17. Most limestones do get formed that way - corals, shelled and carbonate skeleton organisms becoming sedimentary rock - and they have taken up a lot of carbon. But whilst atmospheric CO2 levels have changed a lot over geological time the idea that it is on it's unstoppable way to below what plants need to survive has no basis at all - and in any case is irrelevant to the exceptional, mostly emissions driven climate change we facing now. We do know how and why the current global warming is happening with high levels of confidence and it doesn't include Solar Inertial Motion. The idea that there has been any serious science based doubt about the fundamental physical mechanisms since the 1980's has no basis. Whilst ordinarily people can believe or disbelieve what they like my own view is people holding positions of trust and responsibility turning aside from consistent top level expert advice are being negligent.
  18. There are misguided people saying the CO2 we are adding now is preventing a return of Glacial Maximum conditions in 10,000 - 40,000 years time. They actually look almost reasonable in comparison to this! Of course burning all the fossil fuels (a few hundred years worth?) will barely be a blip in the distant past by then - but here we are with the highest CO2 levels for 3 million years but we are supposed to keep burning fossil fuels (that won't last a thousand years of continuing use) for the next 5 million years and all plant life will die if we stop? And not worry about the global warming occurring because of the raised CO2 in the present? Sorry Dutchman - the only interesting question here is how anyone could think that could possibly be true. We get some bizarre notions popping up here but truly you have exceeded my expectations.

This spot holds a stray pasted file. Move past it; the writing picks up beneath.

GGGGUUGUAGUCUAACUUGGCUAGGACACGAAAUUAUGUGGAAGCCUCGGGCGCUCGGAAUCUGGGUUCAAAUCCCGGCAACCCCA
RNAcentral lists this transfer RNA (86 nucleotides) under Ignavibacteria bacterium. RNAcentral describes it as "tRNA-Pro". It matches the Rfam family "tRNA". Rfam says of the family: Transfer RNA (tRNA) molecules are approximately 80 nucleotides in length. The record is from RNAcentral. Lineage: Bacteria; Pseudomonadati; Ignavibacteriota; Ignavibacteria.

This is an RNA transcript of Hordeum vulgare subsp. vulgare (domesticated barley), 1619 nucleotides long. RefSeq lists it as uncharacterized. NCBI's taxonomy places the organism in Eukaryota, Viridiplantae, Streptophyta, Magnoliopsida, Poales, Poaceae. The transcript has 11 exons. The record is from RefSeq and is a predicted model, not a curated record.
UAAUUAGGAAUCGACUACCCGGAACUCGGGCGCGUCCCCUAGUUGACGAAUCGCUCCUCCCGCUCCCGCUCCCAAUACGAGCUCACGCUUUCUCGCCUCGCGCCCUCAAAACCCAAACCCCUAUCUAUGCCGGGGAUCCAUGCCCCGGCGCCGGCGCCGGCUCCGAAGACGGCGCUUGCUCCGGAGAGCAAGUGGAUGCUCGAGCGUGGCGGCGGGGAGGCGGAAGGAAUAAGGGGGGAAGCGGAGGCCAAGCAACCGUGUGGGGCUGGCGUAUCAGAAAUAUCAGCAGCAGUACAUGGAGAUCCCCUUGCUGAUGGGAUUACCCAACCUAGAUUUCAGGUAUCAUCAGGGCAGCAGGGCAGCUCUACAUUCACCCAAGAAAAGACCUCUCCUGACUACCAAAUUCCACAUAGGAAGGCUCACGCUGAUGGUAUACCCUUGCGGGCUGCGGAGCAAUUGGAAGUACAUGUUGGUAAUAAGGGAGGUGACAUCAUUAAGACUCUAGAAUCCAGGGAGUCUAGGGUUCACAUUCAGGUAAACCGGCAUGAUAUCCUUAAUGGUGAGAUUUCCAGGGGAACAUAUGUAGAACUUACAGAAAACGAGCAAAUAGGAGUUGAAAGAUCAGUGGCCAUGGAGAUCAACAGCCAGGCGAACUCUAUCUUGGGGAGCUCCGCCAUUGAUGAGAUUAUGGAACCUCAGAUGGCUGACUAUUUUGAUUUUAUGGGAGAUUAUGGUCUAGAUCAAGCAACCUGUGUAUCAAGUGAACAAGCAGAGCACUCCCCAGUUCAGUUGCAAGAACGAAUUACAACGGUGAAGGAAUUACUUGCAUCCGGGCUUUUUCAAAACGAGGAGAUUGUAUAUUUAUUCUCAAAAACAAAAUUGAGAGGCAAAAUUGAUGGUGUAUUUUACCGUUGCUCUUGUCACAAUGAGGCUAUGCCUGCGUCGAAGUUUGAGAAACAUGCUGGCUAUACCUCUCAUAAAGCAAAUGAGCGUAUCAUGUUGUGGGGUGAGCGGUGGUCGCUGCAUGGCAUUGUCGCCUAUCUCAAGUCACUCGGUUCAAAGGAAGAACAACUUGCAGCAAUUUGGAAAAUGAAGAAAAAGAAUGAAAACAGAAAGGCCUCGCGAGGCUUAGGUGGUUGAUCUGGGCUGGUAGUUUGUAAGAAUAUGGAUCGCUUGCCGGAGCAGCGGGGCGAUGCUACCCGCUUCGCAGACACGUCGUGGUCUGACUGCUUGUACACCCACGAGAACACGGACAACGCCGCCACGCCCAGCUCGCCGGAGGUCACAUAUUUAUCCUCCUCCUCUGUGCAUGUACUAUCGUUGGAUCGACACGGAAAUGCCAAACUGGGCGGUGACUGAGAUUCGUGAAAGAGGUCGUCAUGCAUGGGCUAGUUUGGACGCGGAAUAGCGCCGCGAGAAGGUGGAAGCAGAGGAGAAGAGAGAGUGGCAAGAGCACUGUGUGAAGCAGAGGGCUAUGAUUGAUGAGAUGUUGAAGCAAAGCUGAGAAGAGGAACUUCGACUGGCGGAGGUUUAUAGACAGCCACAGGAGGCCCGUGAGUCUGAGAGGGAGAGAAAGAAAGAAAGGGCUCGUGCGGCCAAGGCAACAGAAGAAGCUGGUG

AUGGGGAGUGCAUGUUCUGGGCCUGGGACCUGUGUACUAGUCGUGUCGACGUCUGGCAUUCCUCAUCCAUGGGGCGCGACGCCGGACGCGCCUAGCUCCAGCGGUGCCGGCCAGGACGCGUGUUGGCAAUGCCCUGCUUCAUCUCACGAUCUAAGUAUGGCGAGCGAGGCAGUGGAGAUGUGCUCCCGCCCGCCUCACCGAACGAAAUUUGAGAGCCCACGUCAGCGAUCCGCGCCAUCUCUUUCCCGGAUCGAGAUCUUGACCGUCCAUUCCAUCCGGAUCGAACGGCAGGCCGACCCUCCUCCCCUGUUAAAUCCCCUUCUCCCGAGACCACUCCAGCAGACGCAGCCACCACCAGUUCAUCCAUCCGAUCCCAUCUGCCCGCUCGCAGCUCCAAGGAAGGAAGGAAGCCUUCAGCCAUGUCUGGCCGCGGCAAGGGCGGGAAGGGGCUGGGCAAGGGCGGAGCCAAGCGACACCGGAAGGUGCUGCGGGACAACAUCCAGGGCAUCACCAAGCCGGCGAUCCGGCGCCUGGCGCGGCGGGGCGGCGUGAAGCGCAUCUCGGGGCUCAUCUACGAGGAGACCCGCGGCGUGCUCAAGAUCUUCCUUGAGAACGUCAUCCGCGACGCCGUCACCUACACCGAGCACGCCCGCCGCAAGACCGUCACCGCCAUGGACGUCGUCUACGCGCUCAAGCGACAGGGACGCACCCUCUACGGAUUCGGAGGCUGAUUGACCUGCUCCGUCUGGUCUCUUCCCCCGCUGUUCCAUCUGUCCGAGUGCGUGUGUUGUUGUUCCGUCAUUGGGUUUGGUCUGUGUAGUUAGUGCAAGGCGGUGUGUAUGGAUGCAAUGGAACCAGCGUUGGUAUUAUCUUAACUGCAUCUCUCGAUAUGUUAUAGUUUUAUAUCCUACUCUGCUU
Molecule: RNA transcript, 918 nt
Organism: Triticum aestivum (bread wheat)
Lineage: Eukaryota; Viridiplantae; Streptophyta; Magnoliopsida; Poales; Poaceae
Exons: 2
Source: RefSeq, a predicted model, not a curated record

19. I was keeping it simple, but yes, there is some small variation in sun-earth distances due to orbital motions being altered by other planets - but the principle point is the overall solar system barycentre most closely follows the Sun-Jupiter barycentre but the Earth most closely orbits the sun and that combined orbit moves around that Solar system barycentre (very close to Sun-Jupiter barycentre) without change to distances from Sun to Earth. However I am not an astrophysicist and and deferring to the expertise of others This paper got some discussion at https://andthentheresphysics.wordpress.com/2019/07/07/nature-scientific-reports/ and I will lift a comment from the host (who is an astronomer) there - No they are not. The Medieval Warm Period (or Roman or Little Ice Age) doesn't really present any problem for current best understanding of why our climate is currently warming - no matter that you and a small minority of pseudo experts may think otherwise; we've already far exceeded the temperatures during the MWP. Some "greening" does indeed appear a consequence of raised CO2 levels but so does raised temperatures - and depending on circumstances it will be other factors besides CO2 levels, including especially changes to rainfall and evaporation; I can assure you higher temperatures in places where dry conditions dominate (like where I live) mean less greening. No matter what conditions were like in the distant past it is the conditions that are recent, current and near future that matter - ie the period affecting people, agriculture, infrastructure and remnant ecosystems in the lifetimes of people now living. The claim that, without human emissions from fossil fuel burning atmospheric CO2 levels will drop to below that required for plant growth has no foundation; like everything else in this, it is the physical processes that matter - not blindly eyeing a graph and presuming a trend continues without physical processes that will make it continue. Do you think it is even possible keep burning fossil fuels for (going by the graph of declining CO2 provided) for the purpose of saving plant life for the next 5 million years? Utter nonsense! No, the Carbon Cycle will still be around and so will plants and CO2. I suggest you look to more reputable and non-partisan sources of information about climate change - such as the US National Academy of Sciences and UK's Royal Society. They draw on the world's most accomplished and respected scientists to review and make sense of complex science. I continue to urge politicians and governments to treat such advice seriously and not fall for the illusion that the current understanding of climate and how it changes is inconsistent or uncertain or in serious doubt.